By Anamika Chatterjee
At the age of 17, I might have been on the brink of greatness. You know, the brand of greatness that eventually lends itself to a six-digit pay cheque. My brother — seven years my senior — had been an academic genius who had decided his abilities were best reserved for the cause of higher studies, much to my parents’ delight and grandmother’s dismay. “One member in the family must nurture a desire to make big bucks,” she’d rue. So, imagine her excitement when I told her of my desire to pursue chartered accountancy (my grades then supported my ambition).
Her glee and my dreams died silent deaths as the results for Class XII Board exams were declared. A 75 per cent aggregate meant that new dreams had to be dreamt. “You might want to consider English literature,” my mother advised, “I’ve heard they teach Rabindranath Tagore as well.” Among Bengalis, the Indian community I belong to, Tagore is literature and literature is Tagore (of course, it also helps that he is the first Indian to have been honoured with the Nobel Prize in Literature). As a teenage reader, I’d often find his works intellectually inaccessible (and it certainly didn’t help that I was reading translations since I cannot read or write in my native tongue).
When I landed at my college in New Delhi, my first day in the classroom began with, well, Tagore! His work The Home and the World (known as Ghare Bhaire in Bangla) was part of the course. Finally, there was no running away from Tagore. In retrospect, thank god for that!
So what is The Home and the World about? To put it succinctly and simplistically, the story revolves around three principal protagonists — Nikhil, Bimala and Sandip. Nikhil, a scion of an aristocratic family, is heavily influenced by Western ideas of liberalism. Hailing from a family that is not as affluent, Bimala, who is married to Nikhil, is a completely devoted housewife. Sandip, Nikhil’s friend, is a revolutionary leader of the Swadeshi movement that is aimed at weakening the British empire by boycotting British products and endorsing indigenous production.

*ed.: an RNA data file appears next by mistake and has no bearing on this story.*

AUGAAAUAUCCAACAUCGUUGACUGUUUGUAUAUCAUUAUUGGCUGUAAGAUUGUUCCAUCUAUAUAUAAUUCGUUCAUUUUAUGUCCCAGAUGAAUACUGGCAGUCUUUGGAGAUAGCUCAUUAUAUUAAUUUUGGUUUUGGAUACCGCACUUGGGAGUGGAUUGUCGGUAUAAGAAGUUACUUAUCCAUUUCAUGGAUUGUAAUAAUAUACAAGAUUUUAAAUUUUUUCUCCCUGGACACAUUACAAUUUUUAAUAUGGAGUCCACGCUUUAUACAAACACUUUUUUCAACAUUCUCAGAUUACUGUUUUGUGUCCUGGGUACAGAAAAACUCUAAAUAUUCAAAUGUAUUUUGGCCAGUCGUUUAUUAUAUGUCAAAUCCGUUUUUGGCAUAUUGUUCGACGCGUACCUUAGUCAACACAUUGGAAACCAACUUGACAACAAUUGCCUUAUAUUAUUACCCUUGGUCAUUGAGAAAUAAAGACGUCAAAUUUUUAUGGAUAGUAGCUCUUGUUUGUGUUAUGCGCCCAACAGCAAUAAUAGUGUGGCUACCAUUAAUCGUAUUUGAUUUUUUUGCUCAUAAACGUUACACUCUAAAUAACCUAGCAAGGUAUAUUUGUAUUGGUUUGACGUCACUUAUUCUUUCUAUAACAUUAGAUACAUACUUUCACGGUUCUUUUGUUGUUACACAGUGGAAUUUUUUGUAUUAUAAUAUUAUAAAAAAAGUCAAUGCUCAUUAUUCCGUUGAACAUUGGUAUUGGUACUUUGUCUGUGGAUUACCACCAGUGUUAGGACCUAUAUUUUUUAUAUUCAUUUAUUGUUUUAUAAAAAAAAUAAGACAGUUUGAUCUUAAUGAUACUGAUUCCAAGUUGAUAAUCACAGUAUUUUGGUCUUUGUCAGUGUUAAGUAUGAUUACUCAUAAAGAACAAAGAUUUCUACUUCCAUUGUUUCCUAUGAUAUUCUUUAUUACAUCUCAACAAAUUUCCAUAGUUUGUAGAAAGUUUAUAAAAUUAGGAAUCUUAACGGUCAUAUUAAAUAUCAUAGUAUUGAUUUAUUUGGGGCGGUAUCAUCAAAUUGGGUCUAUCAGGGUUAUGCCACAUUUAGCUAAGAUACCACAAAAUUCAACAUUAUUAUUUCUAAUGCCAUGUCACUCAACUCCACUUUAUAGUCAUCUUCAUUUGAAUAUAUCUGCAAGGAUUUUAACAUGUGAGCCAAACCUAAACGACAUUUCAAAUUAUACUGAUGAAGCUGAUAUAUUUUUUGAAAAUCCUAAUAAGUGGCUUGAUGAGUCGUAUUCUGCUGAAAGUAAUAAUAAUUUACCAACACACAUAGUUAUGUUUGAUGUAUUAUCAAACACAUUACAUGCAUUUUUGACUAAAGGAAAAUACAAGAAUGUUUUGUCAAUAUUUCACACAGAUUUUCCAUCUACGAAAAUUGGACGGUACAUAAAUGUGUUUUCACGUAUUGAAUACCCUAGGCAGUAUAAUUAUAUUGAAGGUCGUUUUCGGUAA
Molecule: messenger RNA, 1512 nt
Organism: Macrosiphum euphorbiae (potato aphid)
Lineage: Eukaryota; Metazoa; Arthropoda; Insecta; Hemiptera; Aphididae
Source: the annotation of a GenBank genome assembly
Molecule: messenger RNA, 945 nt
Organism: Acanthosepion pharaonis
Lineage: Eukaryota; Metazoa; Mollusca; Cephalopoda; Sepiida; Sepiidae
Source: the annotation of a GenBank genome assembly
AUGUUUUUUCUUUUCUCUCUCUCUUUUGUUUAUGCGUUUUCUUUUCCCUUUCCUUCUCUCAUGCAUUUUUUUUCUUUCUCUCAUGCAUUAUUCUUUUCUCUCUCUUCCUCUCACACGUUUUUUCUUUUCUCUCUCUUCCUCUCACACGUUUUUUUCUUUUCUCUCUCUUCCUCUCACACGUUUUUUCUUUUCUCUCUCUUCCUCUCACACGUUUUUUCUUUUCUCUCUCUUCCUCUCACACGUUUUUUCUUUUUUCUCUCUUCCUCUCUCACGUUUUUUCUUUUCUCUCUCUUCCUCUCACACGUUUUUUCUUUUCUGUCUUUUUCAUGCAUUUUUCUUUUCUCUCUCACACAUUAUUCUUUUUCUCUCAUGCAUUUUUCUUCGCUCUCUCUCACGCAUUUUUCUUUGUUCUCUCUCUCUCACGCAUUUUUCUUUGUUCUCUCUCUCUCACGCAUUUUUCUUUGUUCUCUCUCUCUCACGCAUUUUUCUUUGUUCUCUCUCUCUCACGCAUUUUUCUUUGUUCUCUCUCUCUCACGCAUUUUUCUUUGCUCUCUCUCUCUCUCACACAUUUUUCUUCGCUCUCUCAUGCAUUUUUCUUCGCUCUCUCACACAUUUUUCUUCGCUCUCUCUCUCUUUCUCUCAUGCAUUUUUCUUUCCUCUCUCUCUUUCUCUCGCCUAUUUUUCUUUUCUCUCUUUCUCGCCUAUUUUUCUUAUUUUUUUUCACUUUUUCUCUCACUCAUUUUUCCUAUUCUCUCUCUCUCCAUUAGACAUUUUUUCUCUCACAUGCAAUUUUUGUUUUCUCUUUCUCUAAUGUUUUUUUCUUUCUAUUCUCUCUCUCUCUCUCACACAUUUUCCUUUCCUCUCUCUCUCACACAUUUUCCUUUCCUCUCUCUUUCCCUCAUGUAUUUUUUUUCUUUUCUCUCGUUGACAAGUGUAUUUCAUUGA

As Sandip visits his friend Nikhil, Bimala finds herself increasingly drawn to the latter’s ideas on freedom and revolution. What appears to be a love triangle metamorphoses into a larger commentary on three different worldviews — liberalism, gender and the idea of nation!
So, did reading The Home and the World really change my world? No. What it did was to nudge the generalised, simplified prisms with which we often tend to examine our life and times. Juggling between the mundaneness of real life and the sweet escape of fiction, one tends to find comfort in a checklist of ideas and ideologies that align with our way of life. The Home and the World inspects these worldviews.
Sandip’s politics of Swadeshi is meant to dismember the British Raj economically on paper. Its ramifications in real life, however, mean that the poor Muslim peasants will be jobless. Similarly, as empowering as Western notions of liberalism might be, Nikhil’s attempts to free Bimala from the limitations of purdah and traditional gender roles become problematic because she does not think these afford her any agency.
There is also a thoughtful inquiry into the institution of marriage itself — Nikhil is truly committed to Bimala and yet he is uncertain if his love is returned with equal passion because she has never really interacted with any other man. And thus her love must be put to test — a battle he loses as Bimala finds more power in the comfort of Sandip’s revolutionary rhetoric, that also places her on a pedestal.
The nation — like Bimala — needs to be freed from the established order — the marriage. These layers of ambiguities, strewn together, attempt to examine the idea that is at the heart of the narrative — what constitutes the idea of nation and freedom? Concepts that every generation must revisit in order to understand the world they inhabit.
Fifteen years ago, the Tagore I read teased me with these ideas. Today, as the concepts of nation and nationalism are constantly being redefined in 140 characters in India, reading Tagore’s The Home and the World doesn’t seem like an indulgence. It feels like a necessity!
Anamika is keenly interested in observing and recording thought and action